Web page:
IVAW. And Under the Hood coffee house at Fort Hood was amazing and very, very brilliant. Also just relaxing with friends.
Some [soldiers I know] are doing better than others. Some have nightmares, some like me feel deep regret and sorrow for the people, and some aren’t affected by the crimes they committed at all.
I think [we need] an overhaul of the way the military works. And a change of leadership from the top to the bottom. We need to realize that this is the information age, and the age of acting like meat heads needs to end. We need to educate ourselves on what is right and wrong from every direction.
We had short, mandatory TBI briefings where they gave us a card and made it mandatory to have that card on us at all times. I did take the ANAM before deployment. I was exposed to blast pressure, but not nearly as bad as my friends who were directly exposed to it. I got no screening afterward. There wasn’t even a record of me being treated for it… After being exposed, I was given an oral memory exam and a problem-solving exam.
We had long, dull briefings [for MST], where it felt like the person giving it was very lackluster about the subject. I think [MST] is very, very prevalent. Once again, [we need] a re-haul of leadership and the way we conduct business on the regular daily work day. The biggest problem I see is that we allow it to happen, whether jokes or assault. We see it and we shake it off as nothing. We need to change this mindset of sexism, that it is okay to view women as shells to be abused. And it works both ways.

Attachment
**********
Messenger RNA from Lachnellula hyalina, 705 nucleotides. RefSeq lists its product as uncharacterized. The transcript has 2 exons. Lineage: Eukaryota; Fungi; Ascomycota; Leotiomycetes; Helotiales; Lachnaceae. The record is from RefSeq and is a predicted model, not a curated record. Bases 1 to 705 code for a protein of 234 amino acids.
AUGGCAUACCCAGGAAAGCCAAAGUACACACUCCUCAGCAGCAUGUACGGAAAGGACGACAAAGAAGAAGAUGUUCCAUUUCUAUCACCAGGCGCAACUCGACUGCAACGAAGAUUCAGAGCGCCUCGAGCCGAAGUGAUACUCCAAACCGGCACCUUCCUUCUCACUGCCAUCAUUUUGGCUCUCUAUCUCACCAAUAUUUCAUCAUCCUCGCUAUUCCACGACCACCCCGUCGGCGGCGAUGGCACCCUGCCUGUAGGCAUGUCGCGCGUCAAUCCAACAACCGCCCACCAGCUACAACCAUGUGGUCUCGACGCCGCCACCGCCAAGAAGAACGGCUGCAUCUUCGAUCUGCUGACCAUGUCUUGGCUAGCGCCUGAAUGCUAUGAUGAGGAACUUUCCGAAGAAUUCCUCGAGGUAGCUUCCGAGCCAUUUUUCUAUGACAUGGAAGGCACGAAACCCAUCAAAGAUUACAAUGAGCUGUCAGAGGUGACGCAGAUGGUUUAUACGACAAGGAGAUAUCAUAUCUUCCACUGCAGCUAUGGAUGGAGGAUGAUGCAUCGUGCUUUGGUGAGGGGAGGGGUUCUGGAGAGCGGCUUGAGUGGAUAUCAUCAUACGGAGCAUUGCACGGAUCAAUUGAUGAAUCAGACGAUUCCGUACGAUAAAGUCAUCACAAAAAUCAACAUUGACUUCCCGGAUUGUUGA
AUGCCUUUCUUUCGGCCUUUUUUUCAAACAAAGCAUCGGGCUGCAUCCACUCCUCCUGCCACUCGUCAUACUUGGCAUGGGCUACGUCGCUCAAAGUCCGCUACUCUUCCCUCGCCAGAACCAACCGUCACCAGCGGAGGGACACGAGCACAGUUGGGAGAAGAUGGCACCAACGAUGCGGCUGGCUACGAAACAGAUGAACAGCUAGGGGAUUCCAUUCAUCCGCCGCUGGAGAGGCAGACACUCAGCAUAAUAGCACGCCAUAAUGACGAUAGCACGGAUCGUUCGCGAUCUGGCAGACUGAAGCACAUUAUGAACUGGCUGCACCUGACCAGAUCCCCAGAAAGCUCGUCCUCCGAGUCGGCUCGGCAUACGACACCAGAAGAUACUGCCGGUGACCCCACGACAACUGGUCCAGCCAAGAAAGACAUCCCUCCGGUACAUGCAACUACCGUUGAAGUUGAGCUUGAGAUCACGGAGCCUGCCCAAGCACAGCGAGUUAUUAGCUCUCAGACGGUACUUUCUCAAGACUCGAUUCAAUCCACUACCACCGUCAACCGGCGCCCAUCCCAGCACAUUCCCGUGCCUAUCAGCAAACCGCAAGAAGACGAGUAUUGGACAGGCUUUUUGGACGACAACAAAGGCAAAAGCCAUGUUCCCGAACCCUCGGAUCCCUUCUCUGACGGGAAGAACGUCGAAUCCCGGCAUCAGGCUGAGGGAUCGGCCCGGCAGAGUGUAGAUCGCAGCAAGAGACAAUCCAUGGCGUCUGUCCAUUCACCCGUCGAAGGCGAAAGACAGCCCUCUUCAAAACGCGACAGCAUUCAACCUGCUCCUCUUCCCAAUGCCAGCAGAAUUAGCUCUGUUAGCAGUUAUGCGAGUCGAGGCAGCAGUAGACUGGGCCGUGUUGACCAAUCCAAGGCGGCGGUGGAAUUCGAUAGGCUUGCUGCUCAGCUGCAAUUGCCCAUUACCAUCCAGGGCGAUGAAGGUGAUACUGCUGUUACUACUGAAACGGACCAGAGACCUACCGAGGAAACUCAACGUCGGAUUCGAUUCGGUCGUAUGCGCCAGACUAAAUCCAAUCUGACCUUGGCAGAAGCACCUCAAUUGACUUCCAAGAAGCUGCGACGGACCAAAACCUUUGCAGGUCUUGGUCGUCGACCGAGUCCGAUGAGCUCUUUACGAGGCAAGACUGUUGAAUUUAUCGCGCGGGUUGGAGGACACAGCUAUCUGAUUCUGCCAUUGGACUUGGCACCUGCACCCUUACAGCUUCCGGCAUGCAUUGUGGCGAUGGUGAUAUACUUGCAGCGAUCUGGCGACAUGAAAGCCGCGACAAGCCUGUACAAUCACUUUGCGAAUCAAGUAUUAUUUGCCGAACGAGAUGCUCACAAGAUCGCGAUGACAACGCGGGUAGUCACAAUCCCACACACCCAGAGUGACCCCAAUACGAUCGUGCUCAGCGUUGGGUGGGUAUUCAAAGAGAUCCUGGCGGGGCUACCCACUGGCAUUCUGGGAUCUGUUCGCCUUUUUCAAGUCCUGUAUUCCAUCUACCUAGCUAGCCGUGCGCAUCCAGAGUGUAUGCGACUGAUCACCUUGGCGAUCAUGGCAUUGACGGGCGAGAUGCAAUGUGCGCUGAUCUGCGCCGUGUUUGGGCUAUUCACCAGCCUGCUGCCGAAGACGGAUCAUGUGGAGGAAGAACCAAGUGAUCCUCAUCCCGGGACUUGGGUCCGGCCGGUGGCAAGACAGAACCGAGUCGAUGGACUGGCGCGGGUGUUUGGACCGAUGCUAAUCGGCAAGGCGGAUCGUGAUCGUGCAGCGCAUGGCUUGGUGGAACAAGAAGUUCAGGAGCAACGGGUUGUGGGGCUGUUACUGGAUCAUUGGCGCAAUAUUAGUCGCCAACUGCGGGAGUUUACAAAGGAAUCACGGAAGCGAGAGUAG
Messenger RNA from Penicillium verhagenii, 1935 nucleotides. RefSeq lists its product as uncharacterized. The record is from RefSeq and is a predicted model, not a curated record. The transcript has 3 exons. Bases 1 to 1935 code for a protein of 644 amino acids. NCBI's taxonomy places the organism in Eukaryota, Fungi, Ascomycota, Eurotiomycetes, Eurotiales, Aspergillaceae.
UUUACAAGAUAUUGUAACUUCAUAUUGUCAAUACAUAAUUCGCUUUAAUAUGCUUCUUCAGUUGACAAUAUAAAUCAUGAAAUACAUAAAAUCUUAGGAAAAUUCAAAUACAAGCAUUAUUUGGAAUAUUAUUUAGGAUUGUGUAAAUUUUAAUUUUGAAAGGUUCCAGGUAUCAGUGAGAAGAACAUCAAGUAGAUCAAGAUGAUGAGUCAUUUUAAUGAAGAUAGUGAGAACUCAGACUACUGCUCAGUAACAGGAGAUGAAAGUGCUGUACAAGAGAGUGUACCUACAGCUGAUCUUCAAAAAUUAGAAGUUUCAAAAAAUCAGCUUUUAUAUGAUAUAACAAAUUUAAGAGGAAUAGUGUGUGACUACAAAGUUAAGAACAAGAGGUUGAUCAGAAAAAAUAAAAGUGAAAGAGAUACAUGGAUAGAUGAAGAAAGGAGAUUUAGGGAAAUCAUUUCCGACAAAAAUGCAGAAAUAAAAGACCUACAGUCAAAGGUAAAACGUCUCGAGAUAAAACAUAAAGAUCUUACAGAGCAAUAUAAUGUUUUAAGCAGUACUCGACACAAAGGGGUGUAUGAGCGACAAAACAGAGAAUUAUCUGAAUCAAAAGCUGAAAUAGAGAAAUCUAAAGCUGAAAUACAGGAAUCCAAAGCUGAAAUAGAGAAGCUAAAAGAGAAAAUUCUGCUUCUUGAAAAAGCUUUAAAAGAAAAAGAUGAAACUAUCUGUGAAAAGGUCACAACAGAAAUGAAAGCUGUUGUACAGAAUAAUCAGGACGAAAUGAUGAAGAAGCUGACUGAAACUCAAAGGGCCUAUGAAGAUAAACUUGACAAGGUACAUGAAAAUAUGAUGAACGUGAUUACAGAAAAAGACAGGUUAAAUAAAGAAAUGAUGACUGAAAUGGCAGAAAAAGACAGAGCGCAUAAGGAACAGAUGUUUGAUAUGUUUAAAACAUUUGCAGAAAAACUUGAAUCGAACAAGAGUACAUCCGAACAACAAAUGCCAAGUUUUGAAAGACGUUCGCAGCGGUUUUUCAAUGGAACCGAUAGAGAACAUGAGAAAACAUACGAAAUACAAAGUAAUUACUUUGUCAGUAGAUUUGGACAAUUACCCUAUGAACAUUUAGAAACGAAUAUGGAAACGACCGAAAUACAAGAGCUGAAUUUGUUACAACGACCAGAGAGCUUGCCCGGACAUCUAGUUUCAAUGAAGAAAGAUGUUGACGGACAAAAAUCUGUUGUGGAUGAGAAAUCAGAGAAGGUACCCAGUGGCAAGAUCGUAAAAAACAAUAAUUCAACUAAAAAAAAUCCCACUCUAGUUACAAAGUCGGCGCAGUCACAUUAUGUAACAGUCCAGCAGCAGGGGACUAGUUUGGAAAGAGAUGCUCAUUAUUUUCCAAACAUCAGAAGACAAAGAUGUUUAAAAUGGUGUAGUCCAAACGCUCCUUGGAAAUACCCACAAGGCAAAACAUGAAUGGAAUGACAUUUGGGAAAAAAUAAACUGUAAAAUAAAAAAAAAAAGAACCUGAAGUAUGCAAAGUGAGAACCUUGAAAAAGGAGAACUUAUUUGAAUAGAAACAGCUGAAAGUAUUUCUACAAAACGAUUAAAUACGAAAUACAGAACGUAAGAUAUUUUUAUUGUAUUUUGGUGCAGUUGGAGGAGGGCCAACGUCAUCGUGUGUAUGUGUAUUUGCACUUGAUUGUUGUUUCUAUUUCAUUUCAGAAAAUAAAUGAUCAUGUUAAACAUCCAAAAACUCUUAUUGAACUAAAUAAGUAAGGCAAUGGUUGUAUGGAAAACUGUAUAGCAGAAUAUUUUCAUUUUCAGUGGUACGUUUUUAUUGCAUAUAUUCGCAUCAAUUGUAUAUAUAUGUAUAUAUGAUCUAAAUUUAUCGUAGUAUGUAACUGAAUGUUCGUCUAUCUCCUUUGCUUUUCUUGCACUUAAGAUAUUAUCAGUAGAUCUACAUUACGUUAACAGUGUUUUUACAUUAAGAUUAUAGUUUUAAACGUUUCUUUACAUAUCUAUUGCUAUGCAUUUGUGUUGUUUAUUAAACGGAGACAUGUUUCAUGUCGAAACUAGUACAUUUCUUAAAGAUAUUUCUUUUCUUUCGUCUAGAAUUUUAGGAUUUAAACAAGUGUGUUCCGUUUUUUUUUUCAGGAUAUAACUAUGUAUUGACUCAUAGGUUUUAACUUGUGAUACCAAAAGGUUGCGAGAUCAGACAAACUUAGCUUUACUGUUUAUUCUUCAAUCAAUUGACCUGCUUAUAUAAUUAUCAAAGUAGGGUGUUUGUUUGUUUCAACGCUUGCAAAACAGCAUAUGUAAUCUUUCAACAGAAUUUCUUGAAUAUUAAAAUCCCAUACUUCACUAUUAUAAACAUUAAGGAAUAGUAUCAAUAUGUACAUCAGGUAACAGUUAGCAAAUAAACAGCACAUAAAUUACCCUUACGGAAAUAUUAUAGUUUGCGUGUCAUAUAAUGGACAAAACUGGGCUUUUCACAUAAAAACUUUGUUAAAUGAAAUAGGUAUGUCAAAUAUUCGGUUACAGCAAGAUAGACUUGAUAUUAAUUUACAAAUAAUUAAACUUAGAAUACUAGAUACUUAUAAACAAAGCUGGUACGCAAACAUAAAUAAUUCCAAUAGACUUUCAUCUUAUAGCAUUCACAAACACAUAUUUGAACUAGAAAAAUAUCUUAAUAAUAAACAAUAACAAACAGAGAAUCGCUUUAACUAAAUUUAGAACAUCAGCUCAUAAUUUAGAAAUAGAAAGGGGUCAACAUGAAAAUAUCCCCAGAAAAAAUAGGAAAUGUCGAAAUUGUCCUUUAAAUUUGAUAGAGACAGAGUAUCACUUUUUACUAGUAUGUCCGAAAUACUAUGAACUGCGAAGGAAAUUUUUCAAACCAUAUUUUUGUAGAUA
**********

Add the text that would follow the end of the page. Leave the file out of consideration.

Editor’s Note: Max testified that he had known someone who was affected by sexual assault or harassment in the military. Then he continued to describe the effects of the draw-down on service-member health.
It was kept hush-hush by the leadership to avoid problems.
The higher ups talk a big game about getting stern on thinning the ranks. However, I have had friends who tried to go before the MEB board and were refused, or it was drawn out in a very lengthy process. I certainly have [seen soldiers chaptered out before ETS], for being over-weight, previous discipline problems. And it is disgusting, I saw soldiers who suffered injuries both mentally and physically that affected how they conduct themselves at work, and they were ‘correctively trained’ for it…
…I still feel massive amounts of grief and sorrow for the people I saw and the crimes I saw my fellow soldiers commit, everything from harassing Iraqis to destroying businesses.